Wedding Guests' Secret Gripes : Part I

Tuesday, April 27, 2010

With wedding season rapidly approaching, it's time to pull out these top secret guest complaints compiled by The Knot. Remember that while a wedding day is about you and your fiancee, you are still hosts of very huge party and you need to keep your guest's comfort in mind throughout the entire process....Come back next week for more insight into what your guests are thinking!

You've been to a few weddings yourself, so you know there are just some things that can rub you the wrong way. Here are a few helpful reminders about what guests can't stand.
By Meredith Bodgas

Huge time gaps between the ceremony and the reception — the ones where the ceremony starts at noon, but the party isn't until 7 p.m. — are annoying because you're often leaving us in the middle of nowhere with absolutely nothing to do. We don't want to kill time at a restaurant because we're hoping you'll feed us well at your reception. And there's only so much lingering we can do at a coffee shop or a bookstore ... in our dressy clothes! We'd much rather head straight to the party after the "I dos."

We've had weddings on every holiday, from Mother's Day to Super Bowl Sunday (yes, that counts as a holiday). You must realize that we'd rather be with our moms or watching the game instead of going to your wedding on those days. And please don't ruin our holiday weekends. We get it; you can save a bundle if you get hitched on the Sunday before Memorial Day, but maybe we'd like to take our vacations then. If nothing else, please don't get married on some random Tuesday night. That means we have to take off two days from work just to go! Let us use our vacation days for vacations.

The ceremony may be the most important part of the day to you, but the reception is what we're really looking forward to. When it takes forever to get dinner served, each speech is 25 minutes long, and you play a string of songs that are all inside jokes with the same group of friends, there isn't much time for getting our groove on. Uh, and if the band's so bad that no one's dancing — including you and your groom — we just think, Why are we even here? Showing us a really good time is the least that you can do to thank us for giving up our free day, traveling, and getting you an expensive gift.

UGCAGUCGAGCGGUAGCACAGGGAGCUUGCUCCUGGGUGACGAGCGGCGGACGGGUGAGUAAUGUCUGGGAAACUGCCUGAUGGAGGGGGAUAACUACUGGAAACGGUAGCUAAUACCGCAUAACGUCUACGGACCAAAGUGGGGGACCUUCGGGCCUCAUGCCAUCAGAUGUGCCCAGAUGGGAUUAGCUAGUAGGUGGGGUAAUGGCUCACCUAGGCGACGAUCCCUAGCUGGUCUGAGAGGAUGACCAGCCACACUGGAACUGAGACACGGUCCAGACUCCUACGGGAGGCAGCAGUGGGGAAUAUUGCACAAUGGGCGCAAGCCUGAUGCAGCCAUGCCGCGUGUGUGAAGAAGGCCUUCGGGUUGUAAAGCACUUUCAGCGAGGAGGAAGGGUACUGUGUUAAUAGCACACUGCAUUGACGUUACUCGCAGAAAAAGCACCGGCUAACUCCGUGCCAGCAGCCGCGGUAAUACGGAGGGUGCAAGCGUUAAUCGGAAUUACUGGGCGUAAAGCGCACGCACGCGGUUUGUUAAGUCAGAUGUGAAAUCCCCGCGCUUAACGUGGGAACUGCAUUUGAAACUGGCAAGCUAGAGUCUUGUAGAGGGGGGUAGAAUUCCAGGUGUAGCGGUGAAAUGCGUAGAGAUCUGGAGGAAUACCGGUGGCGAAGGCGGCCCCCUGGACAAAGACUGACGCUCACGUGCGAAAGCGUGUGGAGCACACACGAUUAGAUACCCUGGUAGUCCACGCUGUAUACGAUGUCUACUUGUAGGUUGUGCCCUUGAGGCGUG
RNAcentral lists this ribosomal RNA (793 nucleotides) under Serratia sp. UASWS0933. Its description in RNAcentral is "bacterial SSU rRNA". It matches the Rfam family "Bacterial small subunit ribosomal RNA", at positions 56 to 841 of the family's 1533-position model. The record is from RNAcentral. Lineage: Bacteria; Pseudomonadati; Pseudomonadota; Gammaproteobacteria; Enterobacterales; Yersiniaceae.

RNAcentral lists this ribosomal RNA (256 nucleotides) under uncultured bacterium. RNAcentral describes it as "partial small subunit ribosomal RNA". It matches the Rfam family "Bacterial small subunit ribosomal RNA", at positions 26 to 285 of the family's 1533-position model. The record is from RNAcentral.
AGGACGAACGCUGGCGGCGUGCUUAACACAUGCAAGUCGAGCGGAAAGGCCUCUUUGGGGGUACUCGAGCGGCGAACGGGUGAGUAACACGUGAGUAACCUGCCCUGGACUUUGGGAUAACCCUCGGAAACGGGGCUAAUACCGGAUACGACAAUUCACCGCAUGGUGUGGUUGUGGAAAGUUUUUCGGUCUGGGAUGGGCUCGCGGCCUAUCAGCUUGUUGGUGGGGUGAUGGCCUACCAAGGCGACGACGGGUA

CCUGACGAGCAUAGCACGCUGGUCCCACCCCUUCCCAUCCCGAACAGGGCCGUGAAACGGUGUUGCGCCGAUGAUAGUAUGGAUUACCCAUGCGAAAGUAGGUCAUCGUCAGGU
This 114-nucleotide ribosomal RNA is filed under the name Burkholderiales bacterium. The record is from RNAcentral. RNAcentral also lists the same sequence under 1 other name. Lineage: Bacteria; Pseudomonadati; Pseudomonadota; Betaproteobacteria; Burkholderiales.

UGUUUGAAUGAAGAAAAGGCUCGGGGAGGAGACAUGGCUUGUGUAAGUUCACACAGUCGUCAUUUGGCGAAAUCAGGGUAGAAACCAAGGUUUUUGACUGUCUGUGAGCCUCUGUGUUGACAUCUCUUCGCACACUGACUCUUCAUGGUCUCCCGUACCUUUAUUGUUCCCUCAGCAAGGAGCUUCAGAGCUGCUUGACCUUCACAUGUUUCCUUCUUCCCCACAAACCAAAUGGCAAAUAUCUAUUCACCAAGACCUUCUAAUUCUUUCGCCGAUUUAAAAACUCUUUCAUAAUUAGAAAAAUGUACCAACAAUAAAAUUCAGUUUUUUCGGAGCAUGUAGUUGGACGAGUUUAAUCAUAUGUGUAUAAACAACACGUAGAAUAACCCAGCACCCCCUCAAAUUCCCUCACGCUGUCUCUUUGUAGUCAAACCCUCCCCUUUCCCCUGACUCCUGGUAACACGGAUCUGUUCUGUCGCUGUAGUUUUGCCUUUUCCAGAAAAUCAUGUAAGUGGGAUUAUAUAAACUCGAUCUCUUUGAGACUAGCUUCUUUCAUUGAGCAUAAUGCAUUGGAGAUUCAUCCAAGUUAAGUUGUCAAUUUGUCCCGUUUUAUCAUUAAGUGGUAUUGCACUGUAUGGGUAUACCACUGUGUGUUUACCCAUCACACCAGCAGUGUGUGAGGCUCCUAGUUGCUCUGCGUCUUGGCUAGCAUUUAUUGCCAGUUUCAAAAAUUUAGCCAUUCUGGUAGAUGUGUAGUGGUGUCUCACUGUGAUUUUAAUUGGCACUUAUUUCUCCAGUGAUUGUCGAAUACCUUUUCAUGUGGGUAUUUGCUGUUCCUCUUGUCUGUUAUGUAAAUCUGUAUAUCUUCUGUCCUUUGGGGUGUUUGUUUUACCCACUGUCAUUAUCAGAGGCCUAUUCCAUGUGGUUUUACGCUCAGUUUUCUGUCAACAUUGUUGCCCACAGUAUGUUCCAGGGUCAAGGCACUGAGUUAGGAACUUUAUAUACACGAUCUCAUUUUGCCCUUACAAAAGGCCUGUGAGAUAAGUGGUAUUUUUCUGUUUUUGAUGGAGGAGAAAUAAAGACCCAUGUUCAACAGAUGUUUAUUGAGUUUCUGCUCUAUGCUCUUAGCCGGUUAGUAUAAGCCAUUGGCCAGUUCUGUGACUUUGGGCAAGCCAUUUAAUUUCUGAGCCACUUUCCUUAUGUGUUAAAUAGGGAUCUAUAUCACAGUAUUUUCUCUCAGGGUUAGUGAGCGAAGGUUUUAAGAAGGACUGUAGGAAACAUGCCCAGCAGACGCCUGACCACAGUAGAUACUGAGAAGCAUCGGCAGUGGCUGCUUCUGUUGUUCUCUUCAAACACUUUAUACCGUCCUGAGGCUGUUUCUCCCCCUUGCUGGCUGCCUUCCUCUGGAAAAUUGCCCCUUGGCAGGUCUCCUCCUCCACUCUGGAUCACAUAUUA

Evonne & Darren Photography said...

Timing is so important. My hubby and I were invited to a wedding many years ago, and they had a huge gap between the ceremony and the reception. We ended up going back home for a nap because there was nothing else to do or nowhere to hang out in our dressy clothes! At least we live close enough to the ceremony and reception sites!

Amberdawn said...

Wait, you can save a bundle on the Sunday before Memorial Day? Hmmm. Half my guests are from England, so they won't care. My family doesn't go on vacation then. So this might actually work for my situation!

Elaine said...

I follow your blog and I appreciate what you publish. However, but I find this list offensive as a bride-to-be and I don't understand why you would repost it, especially the last item. The purpose of a wedding is to celebrate love and commitment between the bride and groom. It's not the responsibility of the couple (or whoever is paying) to provide wild entertainment. If guests don't want to be there because the band is not five-star, then they don't care about the couple very much or don't get what a wedding is about. Either way, I don't think that's something the bride and groom need to worry about.

As hosts of the event, the bride and groom, family etc should certainly make guests as comfortable as possible, but it's a wedding not a circus.

Beth Helmstetter said...

Hi Elaine! Congratulations on your upcoming wedding and thanks for your feedback.

While I agree that the tone of the article is harsh, overall I believe understanding the mentality of your guests is important when planning any event. I, too, believe more than anything else that a wedding is about the celebration of love and nothing more. I don't think a circus is necessary nor what the article is suggesting. While, again, the sentiment is harsher then what I would say in my own words, the last line item is essentially reminding you as a host to think about your guests as you choose your entertainment and flow of the evening. Toasts that go on for too long and inside jokes that don't apply to a majority of the guests, can leave people feeling left out, hence the comment of "why are we even here." It wasn't to suggest that the band you hired wasn't expensive or excessive enough. I'm sorry for any offense that has been taken, but this article was written with the input of recent wedding guests. They are not my words, nor the author's. Right or wrong, they represent how many guests feel when they are invited to a wedding. I posted the article to encourage brides to embrace the art of entertaining which includes attempting to anticipate your guest's needs and comfort throughout the event.

I appreciate your readership and comments. Thank you again and a big congratulations! It sounds like you have the right perspective on your day and because of that, your wedding will be everything you've ever hoped for.